Curse of Strahd Prep (part 4)

It’s a month in, and I hope some folks have been able to benefit from this series. To recap, I am running the Curse of Strahd adventure for a small, intimate group of roleplayers. This marks the third time running this amazing published adventure, so I wanted to mix things up a bit, flex some creative muscles, and add a personal touch to some of the plot elements.

Spoiler Alert: As is my custom, I want to warn anyone reading that this Curse of Strahd prep series has plenty of spoilers for the adventure. So avert your gentle eyes should you wish to be spared the tyranny of the spoiler!

In Part 1, I talked a bit about the Village of Barovia. In Part 2, I detailed my own little witch coven being queened over Morgantha, a bheur hag whose anger is exceeded only by her hatred of Strahd. And in Part 3, I talked about my version of the Mad Mage of Baratok, who sent her son out into the world to destroy Strahd. Yikes! There is a lot of hatred going on against poor, lonely Strad von Zarovich!

Why is everyone always picking on me?

So maybe Strahd has a few allies? Well, ally is such a subjective word. But if, as the adventure suggests, Strahd can never truly be free of Barovia, then maybe he has taken some precautions. You see, Strahd’s existence is a little bit like Ground Hog Day. If he is destroyed, Strahd will return to Barovia with full memory of his defeat. That got me to thinking, if Strahd gets defeated and reborn continuously, each time with full memory of his former defeats, wouldn’t he start to hedge his bets a bit?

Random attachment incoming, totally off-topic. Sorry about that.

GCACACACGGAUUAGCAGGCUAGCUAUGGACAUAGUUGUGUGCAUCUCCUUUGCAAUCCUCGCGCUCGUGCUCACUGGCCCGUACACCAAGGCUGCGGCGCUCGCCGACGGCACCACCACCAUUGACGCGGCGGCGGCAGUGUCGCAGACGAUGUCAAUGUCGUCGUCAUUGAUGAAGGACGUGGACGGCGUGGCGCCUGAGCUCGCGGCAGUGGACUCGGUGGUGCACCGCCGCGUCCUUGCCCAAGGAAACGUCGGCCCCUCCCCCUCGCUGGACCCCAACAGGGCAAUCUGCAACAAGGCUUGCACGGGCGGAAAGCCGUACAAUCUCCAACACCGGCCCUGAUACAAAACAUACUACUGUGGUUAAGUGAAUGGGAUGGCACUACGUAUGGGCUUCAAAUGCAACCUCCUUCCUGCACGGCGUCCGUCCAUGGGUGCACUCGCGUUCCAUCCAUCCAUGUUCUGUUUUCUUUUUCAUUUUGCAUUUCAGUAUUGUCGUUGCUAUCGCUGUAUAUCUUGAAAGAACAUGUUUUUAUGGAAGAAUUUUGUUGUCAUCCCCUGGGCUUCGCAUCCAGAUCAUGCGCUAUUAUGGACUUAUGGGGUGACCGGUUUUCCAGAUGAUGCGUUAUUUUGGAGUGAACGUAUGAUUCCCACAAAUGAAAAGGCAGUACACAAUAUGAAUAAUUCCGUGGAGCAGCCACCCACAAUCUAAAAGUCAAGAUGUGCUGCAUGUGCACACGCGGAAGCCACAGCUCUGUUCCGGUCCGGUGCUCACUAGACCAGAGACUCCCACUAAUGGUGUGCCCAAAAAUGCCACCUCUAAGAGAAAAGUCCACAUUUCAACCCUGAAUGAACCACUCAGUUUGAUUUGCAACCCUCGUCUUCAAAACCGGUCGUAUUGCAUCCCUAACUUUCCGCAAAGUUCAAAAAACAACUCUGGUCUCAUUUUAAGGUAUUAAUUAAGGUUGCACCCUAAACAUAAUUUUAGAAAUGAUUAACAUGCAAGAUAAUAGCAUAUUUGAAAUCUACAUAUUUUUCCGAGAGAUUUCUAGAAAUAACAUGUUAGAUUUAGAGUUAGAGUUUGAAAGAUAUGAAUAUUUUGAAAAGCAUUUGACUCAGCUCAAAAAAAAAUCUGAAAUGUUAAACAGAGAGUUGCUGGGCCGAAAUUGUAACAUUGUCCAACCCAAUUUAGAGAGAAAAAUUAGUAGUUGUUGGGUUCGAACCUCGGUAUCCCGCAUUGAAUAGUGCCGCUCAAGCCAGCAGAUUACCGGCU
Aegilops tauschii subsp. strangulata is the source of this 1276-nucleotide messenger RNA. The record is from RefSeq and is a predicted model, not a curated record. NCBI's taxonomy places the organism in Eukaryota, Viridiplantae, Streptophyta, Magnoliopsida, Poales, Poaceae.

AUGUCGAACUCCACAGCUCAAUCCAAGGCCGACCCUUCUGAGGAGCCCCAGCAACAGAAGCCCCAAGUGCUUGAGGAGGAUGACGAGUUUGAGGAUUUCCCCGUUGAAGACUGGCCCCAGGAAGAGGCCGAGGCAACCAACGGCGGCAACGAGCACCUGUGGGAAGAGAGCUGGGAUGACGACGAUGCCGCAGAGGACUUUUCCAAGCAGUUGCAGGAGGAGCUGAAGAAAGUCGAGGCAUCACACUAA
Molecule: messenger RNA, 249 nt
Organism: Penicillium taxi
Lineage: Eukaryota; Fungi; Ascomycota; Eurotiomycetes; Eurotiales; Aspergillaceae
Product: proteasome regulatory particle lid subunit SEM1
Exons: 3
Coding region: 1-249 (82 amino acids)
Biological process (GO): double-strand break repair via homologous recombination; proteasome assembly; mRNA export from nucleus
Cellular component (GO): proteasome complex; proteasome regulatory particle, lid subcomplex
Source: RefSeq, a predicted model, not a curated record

Spoiler: The answer is yes, he would!

My mind turned to the concept of vampire allies, not vampire spawn, but true, full vampires. Curse of Strahd tells us that Strahd takes lovers, grows bored of them, and eventually destroys or enslaves them. In my version of Barovia, Strahd has hand-picked three promising individuals and groomed them to be full, but still subservient, vampires. He calls them his Dark Parliament. In reality, they have no real power, and serve to keep Barovia secure until Strahd returns should he be defeated by the adventurers he loves to bring into his realm and toy with.

Make no mistake, this represents a serious departure from the overall theme of Curse of Strahd: a Gothic, lonely tale of a solitary, cursed, and evil creature, unable to hide from the things he’s done. But after running this amazing story a couple of times already, I was ready to try some different things.


Vampiric ruling bodies are certainly nothing new. Vampire: The Masquerade has its Camarilla (kam-a-ril-ah or kam-a-reya?). Blade has its Vampire Council. Underworld has its Elite Council. Twlight has its Volturi. The list goes on. One thing is for sure, though, I did not want my Curse of Strahd game to become a game of V:tM. Don’t get me wrong, Vampire is a game I have enjoyed, but that wasn’t what I was going for. Rather, I wanted to sprinkle a few dark seeds into the story in the form of vampires–powerful in their own right–that were wholly subservient to Strahd. If this were a video game, I wanted some “mini bosses.”

In order to safeguard certain secrets or items during times when he was…indisposed, Strahd groomed three lovers, lavishing them with gifts and attention, and even conferring on them some small degree of power. All of it, of course, was a lie, just another example of Strahd’s long-game manipulation.